Absolutely yes. Let me go further and remind readers that there are more vocations in the Church than just people consecrated in religious life, or in priestly ministry. For example, what about the vocation to Christian marriage? Or is it that married life is not a vocation. Furthermore: I hope we know how to accompany so many young people on their path to maturity and in their choice of life as they prepare for this precious life project called marriage. Honestly, we would do much better as a Church and as a society.

 

Having said this, and it was not just a marginal comment, and referring in particular to consecrated persons and priests, I continue to believe that young people today also have the capacity to listen and respond to the Lord's call. They continue to have generous ideals and hearts. But ... What is the 'but' ...? We simply have to understand that this is not something ad hoc.. Only from a family-oriented, educational and social ‘culture’ that believes in solidarity, in service, in free gift of self etc. ... will it be possible to sow sensitivities that will flourish everywhere and for all kinds of service and vocations in life. This will result in good professionals, honest workers, entrepreneurs with a conscience, politicians who feel above all that they are servants of all (and not just of some), for the common good. And from then on, let's use our imagination.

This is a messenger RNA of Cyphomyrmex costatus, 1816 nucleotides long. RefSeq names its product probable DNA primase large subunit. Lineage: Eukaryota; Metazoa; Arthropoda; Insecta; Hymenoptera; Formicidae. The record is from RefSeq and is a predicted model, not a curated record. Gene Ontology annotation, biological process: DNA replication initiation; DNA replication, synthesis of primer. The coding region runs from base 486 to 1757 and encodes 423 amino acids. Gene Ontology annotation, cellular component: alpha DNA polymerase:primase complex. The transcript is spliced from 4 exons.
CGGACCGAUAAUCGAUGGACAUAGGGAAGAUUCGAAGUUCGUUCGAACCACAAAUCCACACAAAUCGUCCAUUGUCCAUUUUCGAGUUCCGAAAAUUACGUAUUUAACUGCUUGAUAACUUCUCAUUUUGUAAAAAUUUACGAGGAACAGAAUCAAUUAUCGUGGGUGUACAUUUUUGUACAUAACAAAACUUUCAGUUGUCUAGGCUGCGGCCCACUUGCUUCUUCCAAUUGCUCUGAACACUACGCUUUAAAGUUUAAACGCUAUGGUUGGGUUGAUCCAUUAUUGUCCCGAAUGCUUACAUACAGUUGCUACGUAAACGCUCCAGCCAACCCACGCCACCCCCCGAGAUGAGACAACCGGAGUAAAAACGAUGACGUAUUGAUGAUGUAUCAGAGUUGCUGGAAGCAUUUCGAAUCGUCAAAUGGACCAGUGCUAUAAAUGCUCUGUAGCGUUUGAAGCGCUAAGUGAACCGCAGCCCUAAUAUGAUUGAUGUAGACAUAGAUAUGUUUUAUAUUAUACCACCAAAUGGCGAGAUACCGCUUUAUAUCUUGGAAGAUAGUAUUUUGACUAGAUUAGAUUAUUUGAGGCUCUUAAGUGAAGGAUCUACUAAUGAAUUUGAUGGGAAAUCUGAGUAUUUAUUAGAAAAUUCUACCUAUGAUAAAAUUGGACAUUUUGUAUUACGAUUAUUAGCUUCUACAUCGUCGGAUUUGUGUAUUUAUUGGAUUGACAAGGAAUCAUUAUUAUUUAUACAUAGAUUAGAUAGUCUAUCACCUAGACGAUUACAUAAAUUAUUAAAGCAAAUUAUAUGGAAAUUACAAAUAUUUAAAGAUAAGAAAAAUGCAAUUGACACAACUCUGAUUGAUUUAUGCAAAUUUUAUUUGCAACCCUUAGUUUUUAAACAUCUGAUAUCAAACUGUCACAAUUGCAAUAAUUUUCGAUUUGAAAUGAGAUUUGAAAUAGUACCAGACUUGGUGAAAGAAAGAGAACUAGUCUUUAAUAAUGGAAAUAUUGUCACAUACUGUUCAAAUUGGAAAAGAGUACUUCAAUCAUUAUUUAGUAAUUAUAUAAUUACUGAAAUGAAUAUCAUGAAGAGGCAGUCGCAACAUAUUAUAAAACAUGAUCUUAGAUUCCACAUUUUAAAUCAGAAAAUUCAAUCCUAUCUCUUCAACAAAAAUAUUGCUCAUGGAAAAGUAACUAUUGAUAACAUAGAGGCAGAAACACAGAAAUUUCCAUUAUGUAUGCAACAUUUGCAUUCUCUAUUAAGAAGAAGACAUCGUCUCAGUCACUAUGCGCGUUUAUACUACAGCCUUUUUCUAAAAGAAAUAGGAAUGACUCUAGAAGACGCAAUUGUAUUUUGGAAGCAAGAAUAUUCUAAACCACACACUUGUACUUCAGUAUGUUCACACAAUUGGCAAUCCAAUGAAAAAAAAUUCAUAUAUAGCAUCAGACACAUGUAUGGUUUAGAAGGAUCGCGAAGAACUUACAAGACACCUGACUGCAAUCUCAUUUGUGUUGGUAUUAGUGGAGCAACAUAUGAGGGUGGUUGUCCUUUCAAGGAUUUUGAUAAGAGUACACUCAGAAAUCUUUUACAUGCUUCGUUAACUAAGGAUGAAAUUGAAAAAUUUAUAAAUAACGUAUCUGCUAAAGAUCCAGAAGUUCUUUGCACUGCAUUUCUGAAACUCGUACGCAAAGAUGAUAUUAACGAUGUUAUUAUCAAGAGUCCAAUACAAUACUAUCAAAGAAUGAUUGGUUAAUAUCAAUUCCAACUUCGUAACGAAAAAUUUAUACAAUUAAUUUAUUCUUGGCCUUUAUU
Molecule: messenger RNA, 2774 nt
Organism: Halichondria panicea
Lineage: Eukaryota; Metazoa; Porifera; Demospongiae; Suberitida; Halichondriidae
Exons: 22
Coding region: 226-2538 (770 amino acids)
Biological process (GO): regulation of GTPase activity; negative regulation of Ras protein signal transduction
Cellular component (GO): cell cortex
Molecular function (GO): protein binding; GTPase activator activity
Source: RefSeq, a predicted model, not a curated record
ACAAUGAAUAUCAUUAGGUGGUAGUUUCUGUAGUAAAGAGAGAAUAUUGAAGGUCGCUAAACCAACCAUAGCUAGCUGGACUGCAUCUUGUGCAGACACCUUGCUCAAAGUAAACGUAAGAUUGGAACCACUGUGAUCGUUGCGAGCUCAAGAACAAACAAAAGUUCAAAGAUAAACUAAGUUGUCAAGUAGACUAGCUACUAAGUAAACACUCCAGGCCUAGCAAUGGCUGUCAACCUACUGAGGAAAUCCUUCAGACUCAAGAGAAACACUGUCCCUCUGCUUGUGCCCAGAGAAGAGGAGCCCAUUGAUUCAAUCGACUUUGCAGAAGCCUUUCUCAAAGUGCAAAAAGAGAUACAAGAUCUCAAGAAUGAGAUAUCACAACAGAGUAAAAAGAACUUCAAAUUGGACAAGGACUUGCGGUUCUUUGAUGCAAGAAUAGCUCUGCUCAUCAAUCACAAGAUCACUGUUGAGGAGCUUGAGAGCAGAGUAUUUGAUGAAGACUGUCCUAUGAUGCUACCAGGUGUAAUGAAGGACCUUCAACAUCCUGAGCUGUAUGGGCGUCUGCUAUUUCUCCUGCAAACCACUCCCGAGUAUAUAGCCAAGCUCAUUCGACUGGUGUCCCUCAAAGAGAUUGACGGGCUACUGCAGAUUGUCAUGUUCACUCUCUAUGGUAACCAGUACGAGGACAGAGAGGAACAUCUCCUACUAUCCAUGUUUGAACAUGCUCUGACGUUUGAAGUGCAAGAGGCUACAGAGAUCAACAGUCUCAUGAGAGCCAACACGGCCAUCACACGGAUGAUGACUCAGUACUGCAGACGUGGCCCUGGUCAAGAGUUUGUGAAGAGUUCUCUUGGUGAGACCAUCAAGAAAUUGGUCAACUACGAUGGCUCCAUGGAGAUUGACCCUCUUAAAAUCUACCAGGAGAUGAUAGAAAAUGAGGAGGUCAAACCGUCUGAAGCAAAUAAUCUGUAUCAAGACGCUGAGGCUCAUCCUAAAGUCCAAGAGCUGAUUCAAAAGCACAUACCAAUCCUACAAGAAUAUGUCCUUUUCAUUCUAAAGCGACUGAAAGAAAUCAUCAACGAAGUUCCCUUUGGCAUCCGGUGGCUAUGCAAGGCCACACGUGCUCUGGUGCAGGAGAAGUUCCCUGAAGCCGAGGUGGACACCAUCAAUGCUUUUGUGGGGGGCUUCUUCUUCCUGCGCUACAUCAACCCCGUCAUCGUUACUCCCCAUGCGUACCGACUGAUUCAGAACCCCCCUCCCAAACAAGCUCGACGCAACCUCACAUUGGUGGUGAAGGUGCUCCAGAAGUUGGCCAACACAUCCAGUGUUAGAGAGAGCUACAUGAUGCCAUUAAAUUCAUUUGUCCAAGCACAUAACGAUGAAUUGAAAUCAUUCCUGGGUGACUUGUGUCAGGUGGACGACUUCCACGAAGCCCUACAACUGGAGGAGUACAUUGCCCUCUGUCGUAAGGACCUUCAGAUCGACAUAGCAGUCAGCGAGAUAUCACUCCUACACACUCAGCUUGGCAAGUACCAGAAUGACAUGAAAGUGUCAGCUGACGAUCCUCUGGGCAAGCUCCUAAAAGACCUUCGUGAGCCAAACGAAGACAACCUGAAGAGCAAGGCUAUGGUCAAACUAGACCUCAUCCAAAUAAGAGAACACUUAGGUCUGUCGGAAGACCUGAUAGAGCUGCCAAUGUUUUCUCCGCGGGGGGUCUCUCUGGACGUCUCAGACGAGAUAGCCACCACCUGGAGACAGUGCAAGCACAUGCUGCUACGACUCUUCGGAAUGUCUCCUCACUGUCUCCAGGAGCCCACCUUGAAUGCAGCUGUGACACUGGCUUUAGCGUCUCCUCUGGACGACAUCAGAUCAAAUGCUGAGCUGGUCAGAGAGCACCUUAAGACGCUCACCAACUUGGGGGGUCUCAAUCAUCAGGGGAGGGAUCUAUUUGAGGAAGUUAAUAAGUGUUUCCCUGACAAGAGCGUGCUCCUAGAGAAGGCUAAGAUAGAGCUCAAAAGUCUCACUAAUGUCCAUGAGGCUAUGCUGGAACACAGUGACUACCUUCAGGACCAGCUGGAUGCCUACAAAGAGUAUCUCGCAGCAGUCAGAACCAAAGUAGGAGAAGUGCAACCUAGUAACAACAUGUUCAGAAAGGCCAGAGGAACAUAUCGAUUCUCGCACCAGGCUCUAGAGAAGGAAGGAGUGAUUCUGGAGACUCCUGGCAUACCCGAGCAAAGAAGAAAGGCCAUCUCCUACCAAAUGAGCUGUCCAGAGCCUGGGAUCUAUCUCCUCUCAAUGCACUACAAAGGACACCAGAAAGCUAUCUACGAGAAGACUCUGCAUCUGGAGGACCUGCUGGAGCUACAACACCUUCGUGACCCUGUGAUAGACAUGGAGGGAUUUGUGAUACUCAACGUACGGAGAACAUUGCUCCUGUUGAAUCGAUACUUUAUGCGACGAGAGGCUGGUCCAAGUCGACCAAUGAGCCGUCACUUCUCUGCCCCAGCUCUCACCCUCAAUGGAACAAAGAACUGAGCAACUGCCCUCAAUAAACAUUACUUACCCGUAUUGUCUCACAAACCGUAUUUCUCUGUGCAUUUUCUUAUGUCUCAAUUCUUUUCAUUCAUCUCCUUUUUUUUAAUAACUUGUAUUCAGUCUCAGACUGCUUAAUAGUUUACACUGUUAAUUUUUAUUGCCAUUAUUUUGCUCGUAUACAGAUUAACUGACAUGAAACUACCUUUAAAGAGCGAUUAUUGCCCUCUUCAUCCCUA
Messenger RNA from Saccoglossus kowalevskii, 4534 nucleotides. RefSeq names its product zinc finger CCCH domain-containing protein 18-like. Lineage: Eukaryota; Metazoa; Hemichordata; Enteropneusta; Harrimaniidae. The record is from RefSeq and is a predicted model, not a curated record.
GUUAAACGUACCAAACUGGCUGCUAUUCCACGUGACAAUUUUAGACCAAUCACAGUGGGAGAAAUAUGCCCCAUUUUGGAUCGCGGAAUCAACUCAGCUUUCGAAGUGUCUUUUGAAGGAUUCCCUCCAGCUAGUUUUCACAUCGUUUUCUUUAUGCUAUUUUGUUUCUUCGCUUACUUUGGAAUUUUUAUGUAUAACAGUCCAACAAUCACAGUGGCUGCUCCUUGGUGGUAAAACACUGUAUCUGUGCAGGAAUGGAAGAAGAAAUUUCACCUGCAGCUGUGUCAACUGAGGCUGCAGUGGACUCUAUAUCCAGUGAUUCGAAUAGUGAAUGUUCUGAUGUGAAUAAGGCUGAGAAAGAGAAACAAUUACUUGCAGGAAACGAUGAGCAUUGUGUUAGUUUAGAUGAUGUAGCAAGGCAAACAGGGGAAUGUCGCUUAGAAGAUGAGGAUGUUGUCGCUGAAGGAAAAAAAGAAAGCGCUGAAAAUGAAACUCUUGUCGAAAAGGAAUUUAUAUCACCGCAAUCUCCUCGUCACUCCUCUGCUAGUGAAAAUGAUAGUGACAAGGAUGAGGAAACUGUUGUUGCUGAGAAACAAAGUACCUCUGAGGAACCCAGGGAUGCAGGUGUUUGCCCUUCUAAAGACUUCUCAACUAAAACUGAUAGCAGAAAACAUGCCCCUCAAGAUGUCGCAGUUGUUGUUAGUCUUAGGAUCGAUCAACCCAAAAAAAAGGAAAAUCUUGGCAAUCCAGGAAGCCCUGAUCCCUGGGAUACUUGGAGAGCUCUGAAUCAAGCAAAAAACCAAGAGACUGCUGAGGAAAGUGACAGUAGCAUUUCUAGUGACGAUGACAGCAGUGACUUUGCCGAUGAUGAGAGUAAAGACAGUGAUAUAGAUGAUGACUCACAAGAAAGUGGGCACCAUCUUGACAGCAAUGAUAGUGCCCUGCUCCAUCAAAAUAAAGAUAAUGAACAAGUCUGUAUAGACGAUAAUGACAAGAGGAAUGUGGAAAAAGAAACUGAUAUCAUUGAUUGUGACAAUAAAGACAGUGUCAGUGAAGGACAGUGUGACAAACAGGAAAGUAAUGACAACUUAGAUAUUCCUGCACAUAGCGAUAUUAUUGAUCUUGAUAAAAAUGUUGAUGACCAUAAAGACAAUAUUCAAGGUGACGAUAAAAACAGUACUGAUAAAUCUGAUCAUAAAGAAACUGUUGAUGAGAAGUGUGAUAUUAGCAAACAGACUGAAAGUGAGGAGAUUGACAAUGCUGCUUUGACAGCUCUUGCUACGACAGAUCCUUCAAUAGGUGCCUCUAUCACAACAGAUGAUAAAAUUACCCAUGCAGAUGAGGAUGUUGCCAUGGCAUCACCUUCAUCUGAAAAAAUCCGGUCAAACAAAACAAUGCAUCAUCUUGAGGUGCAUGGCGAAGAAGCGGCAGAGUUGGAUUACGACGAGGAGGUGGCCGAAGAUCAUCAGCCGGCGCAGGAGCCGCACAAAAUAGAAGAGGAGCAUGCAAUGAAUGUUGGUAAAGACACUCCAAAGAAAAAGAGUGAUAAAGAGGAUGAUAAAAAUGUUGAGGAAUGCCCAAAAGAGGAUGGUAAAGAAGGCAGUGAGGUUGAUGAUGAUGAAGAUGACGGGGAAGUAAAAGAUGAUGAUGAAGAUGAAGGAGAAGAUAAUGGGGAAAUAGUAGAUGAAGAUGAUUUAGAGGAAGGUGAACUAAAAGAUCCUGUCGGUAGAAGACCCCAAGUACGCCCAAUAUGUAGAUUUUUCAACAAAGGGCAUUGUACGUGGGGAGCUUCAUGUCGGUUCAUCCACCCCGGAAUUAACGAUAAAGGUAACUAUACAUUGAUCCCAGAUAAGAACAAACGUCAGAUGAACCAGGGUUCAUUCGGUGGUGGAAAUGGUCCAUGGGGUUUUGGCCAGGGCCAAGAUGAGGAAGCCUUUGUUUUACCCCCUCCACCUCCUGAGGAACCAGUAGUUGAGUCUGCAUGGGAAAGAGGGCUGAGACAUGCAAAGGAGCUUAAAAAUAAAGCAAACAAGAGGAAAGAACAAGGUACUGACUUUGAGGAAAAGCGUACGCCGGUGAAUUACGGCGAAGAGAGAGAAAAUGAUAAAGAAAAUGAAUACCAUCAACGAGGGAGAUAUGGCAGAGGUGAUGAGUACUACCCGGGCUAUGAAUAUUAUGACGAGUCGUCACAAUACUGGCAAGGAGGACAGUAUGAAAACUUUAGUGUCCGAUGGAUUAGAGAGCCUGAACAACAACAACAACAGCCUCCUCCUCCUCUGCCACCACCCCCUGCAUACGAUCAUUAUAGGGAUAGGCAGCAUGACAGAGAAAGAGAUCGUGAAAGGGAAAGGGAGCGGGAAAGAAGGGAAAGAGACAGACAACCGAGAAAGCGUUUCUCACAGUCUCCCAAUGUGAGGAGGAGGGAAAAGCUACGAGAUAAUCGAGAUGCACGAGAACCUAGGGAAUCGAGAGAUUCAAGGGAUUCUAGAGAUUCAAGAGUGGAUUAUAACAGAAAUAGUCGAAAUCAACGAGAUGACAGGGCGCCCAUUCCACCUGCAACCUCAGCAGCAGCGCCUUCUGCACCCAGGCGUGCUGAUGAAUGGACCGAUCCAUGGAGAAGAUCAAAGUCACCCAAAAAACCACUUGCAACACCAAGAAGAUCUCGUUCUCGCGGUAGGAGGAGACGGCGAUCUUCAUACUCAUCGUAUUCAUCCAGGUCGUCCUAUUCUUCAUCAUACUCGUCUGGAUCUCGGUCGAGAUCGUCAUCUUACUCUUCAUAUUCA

The young are not the problem, nor is it the priests or the nuns (as it is said colloquially). The ‘problem’ if I can speak like that, is the model of society and its values…, everything that, for example, is praised so much by some groups in this Covid-19 pandemic crisis.

 

 

 

Will we come out of this pandemic better?